Every year for winter break my older son has 3 weeks off from school. And every year I feel a bit annoyed about it. It just feels like an unnecessarily long period of time for winter break. But this year I decided that we would make the most of it. I planned not one, but two vacations. That’s sort of my new thing- planning vacations. A coping strategy I adopted in the last couple of years. It’s not only the experience of being away that is so therapeutic, but also the act of planning and the anticipatory excitement that sets in leading up to the experience. It doesn’t have to be and hasn’t really been anything exotic or extravagant, (my husband’s indulgent 40th birthday weekend in Big Sur an exception). Just something to take us- or me mostly- out of the routine and out of my head.
Our first trip was to Palm Springs where we reunited with our dearest and most favorite friends from medical school, who flew all the way out from NYC. We rented a fabulous house, met up with another one of our friends and her family and then spent the week having a blast. We embarked on various adventures while we were there. There was so much joy- the kids could not have been happier together and we adults could not have been happier reconnecting. It was just like old times. Almost.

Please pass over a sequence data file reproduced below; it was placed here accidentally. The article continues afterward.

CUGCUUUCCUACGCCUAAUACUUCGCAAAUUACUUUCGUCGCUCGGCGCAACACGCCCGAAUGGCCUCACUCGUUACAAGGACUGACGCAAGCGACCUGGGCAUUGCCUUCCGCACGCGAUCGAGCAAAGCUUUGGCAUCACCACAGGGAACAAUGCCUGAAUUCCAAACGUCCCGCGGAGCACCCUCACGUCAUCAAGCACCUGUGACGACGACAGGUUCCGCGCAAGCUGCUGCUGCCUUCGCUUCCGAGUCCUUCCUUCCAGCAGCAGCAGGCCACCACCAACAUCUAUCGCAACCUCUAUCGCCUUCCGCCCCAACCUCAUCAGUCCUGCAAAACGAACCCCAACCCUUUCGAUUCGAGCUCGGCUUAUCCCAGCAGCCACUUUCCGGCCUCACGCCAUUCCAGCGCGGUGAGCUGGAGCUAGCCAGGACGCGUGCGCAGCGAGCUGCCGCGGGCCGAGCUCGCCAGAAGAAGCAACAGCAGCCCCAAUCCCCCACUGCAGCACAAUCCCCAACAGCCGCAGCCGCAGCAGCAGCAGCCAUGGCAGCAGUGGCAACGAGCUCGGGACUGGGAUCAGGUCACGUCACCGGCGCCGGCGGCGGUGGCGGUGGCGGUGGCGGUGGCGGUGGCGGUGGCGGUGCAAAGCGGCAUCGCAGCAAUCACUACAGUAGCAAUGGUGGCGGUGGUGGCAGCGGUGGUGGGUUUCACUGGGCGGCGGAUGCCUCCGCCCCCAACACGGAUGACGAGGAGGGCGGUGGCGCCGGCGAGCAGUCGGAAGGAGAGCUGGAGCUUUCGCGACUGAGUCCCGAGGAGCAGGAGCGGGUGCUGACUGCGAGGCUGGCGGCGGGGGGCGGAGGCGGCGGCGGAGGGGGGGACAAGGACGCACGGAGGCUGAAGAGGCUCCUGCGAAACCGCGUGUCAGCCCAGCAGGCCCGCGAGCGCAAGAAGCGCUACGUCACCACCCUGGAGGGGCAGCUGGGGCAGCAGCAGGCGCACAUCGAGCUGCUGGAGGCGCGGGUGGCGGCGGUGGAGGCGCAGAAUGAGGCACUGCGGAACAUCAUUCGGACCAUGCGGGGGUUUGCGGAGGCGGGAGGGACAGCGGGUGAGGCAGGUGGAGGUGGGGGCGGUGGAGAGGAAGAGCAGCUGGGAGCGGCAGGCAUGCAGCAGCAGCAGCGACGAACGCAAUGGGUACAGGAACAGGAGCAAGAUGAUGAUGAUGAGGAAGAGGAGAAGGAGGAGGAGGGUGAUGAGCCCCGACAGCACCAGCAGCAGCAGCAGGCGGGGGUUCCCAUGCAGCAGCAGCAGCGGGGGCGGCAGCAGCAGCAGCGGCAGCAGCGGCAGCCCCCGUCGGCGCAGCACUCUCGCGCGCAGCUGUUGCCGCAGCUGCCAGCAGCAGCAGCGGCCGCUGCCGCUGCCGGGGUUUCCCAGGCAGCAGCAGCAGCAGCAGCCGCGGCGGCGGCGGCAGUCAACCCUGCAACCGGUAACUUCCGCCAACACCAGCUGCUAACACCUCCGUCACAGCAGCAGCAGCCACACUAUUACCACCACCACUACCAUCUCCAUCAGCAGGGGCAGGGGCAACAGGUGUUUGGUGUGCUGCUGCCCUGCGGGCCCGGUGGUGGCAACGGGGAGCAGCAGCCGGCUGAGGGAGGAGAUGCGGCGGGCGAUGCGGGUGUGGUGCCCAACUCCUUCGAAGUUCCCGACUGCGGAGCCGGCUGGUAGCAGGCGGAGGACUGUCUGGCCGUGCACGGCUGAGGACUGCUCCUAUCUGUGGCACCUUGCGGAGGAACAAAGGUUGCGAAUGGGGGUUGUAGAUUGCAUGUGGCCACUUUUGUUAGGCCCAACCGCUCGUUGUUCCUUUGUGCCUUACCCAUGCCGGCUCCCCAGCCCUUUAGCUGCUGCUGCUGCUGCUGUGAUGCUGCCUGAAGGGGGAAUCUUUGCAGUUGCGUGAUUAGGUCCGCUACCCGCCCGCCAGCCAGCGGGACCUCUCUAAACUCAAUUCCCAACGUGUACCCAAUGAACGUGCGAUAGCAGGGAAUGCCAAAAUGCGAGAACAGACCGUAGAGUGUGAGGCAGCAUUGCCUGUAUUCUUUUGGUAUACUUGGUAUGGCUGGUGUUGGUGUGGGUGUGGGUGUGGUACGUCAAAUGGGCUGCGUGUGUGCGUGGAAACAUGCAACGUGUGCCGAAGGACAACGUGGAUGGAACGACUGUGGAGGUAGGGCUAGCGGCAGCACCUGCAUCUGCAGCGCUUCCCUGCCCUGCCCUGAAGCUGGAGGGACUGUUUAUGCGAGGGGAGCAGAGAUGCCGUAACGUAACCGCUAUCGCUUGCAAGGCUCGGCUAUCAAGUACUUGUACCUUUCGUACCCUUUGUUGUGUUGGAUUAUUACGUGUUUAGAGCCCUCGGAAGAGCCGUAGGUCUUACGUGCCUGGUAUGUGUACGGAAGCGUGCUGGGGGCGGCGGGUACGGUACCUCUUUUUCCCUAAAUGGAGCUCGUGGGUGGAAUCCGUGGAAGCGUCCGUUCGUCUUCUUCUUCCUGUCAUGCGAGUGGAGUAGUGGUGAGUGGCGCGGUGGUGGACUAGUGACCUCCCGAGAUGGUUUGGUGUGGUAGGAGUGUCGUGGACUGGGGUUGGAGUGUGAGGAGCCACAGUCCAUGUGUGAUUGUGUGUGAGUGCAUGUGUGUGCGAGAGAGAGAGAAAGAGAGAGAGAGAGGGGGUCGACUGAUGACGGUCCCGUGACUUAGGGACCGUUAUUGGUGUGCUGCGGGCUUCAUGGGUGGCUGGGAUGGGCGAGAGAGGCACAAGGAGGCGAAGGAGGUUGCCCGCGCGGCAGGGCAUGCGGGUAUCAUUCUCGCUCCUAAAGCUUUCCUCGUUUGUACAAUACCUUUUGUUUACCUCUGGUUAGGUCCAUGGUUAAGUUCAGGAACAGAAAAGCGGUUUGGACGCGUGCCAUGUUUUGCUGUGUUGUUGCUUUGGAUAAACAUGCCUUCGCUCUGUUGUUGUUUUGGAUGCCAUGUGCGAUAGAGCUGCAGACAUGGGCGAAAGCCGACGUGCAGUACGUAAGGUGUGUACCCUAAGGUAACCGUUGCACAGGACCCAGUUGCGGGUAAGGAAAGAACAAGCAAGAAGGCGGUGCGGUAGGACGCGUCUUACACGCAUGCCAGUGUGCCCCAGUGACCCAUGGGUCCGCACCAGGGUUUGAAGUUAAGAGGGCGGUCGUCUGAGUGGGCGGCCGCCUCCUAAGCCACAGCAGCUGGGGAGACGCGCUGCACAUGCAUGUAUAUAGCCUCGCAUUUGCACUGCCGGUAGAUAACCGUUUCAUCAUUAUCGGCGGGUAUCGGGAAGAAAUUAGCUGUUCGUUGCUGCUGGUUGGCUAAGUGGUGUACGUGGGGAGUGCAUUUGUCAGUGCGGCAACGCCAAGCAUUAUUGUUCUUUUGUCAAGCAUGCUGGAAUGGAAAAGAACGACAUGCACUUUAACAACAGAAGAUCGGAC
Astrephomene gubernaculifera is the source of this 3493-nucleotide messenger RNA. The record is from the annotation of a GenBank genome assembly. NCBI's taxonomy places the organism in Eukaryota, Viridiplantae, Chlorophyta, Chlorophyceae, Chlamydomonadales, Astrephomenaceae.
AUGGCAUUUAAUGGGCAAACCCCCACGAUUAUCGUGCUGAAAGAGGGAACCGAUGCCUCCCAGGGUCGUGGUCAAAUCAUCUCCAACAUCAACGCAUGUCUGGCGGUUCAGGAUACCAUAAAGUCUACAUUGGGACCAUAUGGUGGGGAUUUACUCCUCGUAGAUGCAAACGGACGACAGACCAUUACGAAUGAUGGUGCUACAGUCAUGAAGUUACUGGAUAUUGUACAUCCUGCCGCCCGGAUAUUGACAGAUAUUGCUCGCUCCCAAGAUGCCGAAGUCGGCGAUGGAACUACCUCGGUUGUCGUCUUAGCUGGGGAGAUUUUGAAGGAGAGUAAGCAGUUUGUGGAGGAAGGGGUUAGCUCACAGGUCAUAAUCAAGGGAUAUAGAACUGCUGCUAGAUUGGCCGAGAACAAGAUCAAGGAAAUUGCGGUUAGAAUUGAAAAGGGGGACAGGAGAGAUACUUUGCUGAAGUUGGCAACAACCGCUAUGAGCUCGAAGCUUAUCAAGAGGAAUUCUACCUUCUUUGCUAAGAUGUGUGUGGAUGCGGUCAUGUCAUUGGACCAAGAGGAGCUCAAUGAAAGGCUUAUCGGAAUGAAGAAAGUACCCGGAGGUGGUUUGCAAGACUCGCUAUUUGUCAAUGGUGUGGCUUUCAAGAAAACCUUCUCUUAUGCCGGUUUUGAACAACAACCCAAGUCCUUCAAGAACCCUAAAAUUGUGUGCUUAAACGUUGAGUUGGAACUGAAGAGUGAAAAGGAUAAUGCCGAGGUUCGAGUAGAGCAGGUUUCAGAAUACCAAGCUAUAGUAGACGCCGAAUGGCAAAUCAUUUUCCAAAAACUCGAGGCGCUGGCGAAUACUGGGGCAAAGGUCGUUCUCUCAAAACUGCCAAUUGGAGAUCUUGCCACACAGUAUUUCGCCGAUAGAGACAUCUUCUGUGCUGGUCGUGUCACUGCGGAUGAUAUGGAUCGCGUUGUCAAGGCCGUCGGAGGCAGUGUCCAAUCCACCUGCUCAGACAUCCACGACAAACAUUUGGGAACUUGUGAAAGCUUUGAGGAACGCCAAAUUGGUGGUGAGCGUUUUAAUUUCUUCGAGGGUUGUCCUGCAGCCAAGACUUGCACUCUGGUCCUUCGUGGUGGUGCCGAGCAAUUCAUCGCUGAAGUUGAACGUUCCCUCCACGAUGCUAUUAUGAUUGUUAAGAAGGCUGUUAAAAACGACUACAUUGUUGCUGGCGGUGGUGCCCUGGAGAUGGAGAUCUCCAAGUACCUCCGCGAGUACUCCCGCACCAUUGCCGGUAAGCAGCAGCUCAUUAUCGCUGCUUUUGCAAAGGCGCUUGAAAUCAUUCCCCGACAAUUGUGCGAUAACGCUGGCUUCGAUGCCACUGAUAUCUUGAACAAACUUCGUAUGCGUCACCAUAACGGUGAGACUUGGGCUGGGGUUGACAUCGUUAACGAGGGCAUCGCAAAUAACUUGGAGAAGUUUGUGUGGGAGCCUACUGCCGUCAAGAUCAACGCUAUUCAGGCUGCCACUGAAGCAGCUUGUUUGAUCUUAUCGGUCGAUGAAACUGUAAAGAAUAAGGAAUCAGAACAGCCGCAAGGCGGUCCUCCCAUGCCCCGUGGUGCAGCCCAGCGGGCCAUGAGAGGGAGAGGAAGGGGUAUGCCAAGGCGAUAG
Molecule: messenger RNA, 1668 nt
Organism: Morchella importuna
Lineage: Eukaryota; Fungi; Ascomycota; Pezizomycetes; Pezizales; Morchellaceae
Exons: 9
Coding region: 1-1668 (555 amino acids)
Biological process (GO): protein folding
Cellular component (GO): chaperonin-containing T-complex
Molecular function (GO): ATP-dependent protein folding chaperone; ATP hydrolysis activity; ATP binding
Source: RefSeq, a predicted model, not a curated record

If I had written a blog post from there, I would have been so proud to share that I didn’t feel sad or cry once while I was there. Not when we rode up the tram to the snow and I spent most of the time inside drinking hot chocolate while others were out frolicking in the snow and walking around. Not when we went to Joshua Tree and while everyone was climbing boulders and running around, I slowly mulled around with my walking sticks. And not even when we were hanging out in the pool and every time I wanted to go in the jacuzzi I had to wait for another adult to come and escort me. Rather than being able to just hop over to the jacuzzi like everyone else, I had to get out and walk all the way around in the cold. (And no, the fact that I’m talking about a luxurious Palm Springs vacation is not lost on me.) Instead of feeling sad or mourning losses, I really, truly felt at peace. I was definitely in my head, but not in a reactive way. In a more mindful way.
For example, I simply observed my friend Gail as she jumped at the opportunity to go up and down the fairly-steep pathway in the snow at the top of the tram not once but twice. I imagined myself doing the exact same thing. (Gail and I share the same love of exercise-any time, any place.) I imagined what it would have been like to accompany my husband and almost 4 year old all the way down to the meadow and watch as my son rejoiced in the magic that is snow. Instead, I settled for the pictures and videos.
In Joshua Tree, I fantasized about what it would have been like to show my boys how adventurous and “cool” I could be, encouraging them to climb up high with me or taking their hands and leading them through what they called, “the canyon.” Instead, I couldn’t even get over the required terrain to watch them make it through the canyon. But surprisingly, I didn’t feel sad. (Keep in mind, I’m not one to shy away from negative emotions.) Instead, I was able to take in the magnificence and utter awe of the beauty around me. And not just of the physical landscape, but of the beauty of being together with such loving friends and happy kids. I almost couldn’t believe it- how far I’d come emotionally. This was probably the first time in 9 years that I felt limited physically but not emotionally. I never thought I would get there, but I did.